Arkansas crop producers who want to get better control of their water use during the 2021 growing season will have several opportunities through a two-day soil health school.
The Cooperative Extension Service, part of the University of Arkansas System Division of Agriculture, will offer a two-day soil sensor school Feb. 16-17. Participants will attend both days, but have a choice of times. Morning sessions will be offered 9-10:30 a.m., and afternoon sessions will be 1-2:30 p.m.
The class is limited to 25 participants, and registration is available at http://www.uaex.edu/irrigation. The registration deadline is Feb. 8.
Chris Henry, associate professor and water management engineer for the University of Arkansas System Division of Agriculture, leads the school and says soil sensors are an important moisture management tool for producers.
“Participants will learn how sensors work, how to use them to schedule irrigation in different soil types, and how to use them to initiate and terminate irrigation,” Henry said. “We’ll also teach them learn how to construct and properly install watermark sensors through practical exercises.”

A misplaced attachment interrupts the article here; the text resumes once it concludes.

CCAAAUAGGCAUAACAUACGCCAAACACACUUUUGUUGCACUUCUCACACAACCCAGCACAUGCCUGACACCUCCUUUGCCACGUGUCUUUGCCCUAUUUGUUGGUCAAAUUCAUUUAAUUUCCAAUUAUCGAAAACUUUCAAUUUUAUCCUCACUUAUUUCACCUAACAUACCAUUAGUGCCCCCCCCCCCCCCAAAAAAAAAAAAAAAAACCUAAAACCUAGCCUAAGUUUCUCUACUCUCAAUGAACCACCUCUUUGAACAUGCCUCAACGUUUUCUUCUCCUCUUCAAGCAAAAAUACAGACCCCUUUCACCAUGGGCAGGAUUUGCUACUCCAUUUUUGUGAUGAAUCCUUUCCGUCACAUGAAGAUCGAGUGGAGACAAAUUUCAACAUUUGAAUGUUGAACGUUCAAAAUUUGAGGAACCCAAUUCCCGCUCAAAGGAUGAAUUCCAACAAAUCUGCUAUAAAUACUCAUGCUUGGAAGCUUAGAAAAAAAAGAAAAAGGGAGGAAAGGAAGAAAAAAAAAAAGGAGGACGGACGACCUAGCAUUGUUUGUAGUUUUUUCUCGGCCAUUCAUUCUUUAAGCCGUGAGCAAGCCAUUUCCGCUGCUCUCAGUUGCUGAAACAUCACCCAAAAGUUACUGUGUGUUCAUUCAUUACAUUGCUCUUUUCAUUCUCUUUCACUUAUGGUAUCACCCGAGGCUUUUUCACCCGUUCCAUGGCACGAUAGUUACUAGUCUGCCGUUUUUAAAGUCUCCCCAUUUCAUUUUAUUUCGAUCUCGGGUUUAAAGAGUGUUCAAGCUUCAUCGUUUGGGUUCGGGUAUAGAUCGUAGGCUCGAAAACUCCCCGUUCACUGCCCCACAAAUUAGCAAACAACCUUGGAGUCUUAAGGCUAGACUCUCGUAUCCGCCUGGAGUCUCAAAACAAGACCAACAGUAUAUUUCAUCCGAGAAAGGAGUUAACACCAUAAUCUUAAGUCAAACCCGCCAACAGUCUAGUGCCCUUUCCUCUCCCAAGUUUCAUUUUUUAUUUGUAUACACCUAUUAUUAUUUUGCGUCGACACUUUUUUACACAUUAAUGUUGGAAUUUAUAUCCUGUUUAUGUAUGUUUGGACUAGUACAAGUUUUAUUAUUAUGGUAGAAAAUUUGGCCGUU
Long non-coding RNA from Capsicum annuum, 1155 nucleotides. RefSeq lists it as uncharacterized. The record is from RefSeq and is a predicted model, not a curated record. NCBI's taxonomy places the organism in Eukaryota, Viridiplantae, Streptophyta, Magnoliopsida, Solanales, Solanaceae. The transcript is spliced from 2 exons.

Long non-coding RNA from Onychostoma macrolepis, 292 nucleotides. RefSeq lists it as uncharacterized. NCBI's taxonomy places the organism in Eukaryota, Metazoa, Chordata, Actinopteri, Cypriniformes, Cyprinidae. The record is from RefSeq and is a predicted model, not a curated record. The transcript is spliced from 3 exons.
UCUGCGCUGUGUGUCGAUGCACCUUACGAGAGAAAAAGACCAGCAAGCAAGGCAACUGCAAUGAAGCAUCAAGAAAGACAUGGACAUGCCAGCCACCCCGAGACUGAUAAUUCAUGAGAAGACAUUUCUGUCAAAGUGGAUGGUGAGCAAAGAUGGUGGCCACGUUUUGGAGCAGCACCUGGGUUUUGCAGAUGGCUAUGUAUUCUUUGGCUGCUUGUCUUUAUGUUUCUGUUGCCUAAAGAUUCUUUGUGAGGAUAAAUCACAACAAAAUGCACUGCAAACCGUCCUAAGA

There is no cost to register or attend the schools. However, participants are encouraged to build sensors as part of the school between the two sessions. Equipment for the school is discounted and provided so participants can have materials they need to use sensors for the first time.
The cost is $152 for materials to build a set of sensors for the class. Sensor kits will be mailed Feb. 9, so participants have supplies before class.
“We strongly suggested that each participant constructs at least one sensor during the school,” Henry said. “Our goal is for participants to have the materials and expertise they need to install and use sensors on their farms.”
Participants can also purchase four sensors, a reader and a slide hammer for $500, or purchase only the items they need. The materials are provided at a discounted price to defray the cost of supplies and irrigation.
Support for the training is provided by the Arkansas Natural Resource Conservation Service, Arkansas Soybean Promotion Board, US Forest Service, Arkansas Corn and Grain Sorghum Board and Arkansas Rice Research and Promotion Board.
The University of Arkansas contributed this article.